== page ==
Art interventions are not for the tame. Those coming down to Artica are advised to bring their own food and water. It's not as if Poland Spring is sponsoring this -- at least not this year.
Other than the hope, says Phillips, that "no one's injured and no one's in jail," the couple wants this event to initiate an annual festival. "We want people to be interested in doing it again," says Turnage. "Make it bigger and more involved in the community. Take it to a level where there's more people coming to the area. Make people wake up to the area, or to metropolitan St. Louis, for that matter."
Artists participating in Artica 2002 plan on "reintroducing life into an area that exists as an urban wasteland."
Scheduled installations and performances include "Arthenge," an ambitious project by Michael Morrison. He labels Artica "an urban anarchist art fair." He plans to stand railroad ties on their ends and sink them around a pit lined with sculpted hands and candles. "My Celtic cultural history is coming into this," he explains. "I envisioned layer upon layer of historical civilizations: Indians, slaves, Irish immigrants and all the things buried here."
What if he awakens the spirits of those who came before in the dead of night? "I'm gonna be long gone."
Jenna Bauer, who's founded a new children's art center in Tower Grove Park, plans to rent a helium tank and inflate different types of balloons, to "thrust a stream of these as high as they can go." She and a friend got the idea from seeing the balloons at car dealerships.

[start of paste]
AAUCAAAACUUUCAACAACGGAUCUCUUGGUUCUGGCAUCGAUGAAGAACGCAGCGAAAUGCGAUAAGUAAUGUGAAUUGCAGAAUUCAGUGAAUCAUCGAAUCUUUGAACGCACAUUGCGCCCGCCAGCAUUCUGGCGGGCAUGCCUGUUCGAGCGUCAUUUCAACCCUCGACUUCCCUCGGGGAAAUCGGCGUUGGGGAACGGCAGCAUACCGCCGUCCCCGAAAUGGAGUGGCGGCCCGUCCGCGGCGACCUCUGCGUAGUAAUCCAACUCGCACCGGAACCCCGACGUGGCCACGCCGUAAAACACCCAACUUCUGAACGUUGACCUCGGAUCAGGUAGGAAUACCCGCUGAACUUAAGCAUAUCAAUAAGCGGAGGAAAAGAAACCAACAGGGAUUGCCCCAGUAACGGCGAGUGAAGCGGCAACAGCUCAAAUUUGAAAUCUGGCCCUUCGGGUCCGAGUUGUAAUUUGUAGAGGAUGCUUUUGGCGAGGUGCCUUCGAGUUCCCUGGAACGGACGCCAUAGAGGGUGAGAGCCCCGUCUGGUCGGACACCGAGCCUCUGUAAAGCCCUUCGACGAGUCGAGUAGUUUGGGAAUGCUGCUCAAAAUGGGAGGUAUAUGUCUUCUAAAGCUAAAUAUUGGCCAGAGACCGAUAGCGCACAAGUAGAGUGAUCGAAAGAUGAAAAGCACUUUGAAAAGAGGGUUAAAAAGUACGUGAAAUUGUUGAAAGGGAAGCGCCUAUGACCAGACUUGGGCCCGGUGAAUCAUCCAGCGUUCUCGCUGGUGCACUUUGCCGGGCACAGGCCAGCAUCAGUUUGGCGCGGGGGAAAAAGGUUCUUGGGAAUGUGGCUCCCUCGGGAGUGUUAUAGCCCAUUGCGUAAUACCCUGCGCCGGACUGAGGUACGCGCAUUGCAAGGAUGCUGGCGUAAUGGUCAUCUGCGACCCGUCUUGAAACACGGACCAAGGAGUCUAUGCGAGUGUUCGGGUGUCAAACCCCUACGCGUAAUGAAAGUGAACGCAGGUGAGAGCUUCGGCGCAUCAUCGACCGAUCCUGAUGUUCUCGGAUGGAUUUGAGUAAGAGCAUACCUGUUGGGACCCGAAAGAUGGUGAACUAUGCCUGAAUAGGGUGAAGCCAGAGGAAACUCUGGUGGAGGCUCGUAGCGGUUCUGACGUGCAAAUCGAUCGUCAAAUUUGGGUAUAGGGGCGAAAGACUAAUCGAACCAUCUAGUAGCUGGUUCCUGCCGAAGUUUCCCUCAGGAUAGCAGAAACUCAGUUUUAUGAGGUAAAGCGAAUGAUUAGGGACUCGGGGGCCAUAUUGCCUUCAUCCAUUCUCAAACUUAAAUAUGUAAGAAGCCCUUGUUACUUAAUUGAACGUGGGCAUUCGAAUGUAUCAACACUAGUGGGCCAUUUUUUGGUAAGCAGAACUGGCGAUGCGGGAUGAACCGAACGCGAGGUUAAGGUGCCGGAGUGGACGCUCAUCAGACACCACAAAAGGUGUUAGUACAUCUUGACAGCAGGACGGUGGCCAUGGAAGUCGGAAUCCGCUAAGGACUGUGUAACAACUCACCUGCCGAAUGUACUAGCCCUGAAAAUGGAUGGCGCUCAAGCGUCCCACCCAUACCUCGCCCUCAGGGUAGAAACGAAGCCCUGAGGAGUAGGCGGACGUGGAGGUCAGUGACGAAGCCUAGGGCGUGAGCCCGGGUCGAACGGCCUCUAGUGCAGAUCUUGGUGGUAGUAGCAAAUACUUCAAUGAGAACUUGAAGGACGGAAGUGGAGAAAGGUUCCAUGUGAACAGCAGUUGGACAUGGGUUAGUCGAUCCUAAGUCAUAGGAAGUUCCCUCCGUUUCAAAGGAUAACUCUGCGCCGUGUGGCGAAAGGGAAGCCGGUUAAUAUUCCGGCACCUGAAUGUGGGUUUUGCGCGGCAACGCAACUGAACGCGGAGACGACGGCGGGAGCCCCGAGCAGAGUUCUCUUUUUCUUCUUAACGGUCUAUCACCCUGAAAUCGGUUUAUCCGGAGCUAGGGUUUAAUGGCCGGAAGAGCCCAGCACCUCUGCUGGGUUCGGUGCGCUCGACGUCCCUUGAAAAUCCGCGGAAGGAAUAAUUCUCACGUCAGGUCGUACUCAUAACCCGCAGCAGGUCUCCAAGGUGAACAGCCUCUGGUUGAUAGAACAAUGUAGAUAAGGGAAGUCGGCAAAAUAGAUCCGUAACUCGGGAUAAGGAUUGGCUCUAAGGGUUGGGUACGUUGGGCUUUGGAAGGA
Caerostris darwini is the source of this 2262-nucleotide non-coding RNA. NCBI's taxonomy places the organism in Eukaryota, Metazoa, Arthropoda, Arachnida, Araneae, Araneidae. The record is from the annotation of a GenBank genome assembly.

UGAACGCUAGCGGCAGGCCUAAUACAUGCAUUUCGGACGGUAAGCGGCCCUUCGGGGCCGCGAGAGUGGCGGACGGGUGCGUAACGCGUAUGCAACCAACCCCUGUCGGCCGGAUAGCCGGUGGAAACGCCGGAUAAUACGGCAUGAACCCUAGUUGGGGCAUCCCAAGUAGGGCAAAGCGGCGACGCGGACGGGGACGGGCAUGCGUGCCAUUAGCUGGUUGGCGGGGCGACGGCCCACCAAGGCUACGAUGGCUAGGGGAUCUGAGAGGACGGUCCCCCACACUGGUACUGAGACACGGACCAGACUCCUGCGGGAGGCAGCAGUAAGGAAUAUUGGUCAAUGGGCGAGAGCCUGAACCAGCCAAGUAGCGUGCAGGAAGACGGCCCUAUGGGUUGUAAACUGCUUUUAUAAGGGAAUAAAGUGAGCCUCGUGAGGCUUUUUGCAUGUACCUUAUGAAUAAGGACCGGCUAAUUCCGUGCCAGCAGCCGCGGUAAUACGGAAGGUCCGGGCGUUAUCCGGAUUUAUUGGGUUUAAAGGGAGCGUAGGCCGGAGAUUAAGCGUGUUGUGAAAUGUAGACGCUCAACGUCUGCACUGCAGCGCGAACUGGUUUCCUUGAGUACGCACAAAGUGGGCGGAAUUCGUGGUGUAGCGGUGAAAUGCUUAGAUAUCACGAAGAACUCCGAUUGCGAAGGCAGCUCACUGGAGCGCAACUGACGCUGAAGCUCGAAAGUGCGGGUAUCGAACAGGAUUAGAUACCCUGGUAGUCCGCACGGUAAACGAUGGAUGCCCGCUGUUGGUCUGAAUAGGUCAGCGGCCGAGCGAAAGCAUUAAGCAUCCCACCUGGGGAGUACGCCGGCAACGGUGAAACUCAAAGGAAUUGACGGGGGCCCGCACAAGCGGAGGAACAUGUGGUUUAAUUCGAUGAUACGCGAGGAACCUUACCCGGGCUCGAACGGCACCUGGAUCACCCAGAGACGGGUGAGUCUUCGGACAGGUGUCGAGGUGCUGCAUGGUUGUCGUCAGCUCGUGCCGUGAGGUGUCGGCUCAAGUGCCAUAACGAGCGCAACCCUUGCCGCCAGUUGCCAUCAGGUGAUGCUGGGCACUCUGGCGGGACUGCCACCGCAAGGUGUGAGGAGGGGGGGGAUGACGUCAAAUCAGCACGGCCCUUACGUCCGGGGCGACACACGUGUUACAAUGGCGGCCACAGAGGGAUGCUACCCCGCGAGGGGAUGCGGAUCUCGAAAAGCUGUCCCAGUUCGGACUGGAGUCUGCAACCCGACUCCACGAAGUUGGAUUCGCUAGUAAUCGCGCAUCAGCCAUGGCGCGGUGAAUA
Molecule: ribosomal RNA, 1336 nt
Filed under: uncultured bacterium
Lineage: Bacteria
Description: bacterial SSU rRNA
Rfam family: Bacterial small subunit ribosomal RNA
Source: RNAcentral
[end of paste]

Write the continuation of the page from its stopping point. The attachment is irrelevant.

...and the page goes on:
Wolf is building a tearoom out of found objects, "mostly stuff found in Dumpsters and beside Dumpsters." He'll offer what Phillips calls an "abstract bizarro tea ceremony" to groups of three throughout the weekend. "I'm at war with boxes," says Wolf. "I liked the idea of creating space in harmonious tension with the immediate environment."
Artica 2002 will probably have grown by the time this column goes to press. "We've been getting people crawling out of the woodwork asking if it's too late," says Turnage. "It's not. Show up and make it."
In memoriam:John Hilgert died Sunday, July 28, after a long illness. Hilgert was a photographer, a thoughtful and intelligent artist. He taught at Webster University and was greatly loved and admired by the students and faculty there. Hilgert was a sweet, caring man. Anyone who had the fortune to be in the presence of his wit and humor was elevated by them. Our deepest sympathies go out to his wife, Betsy Millard.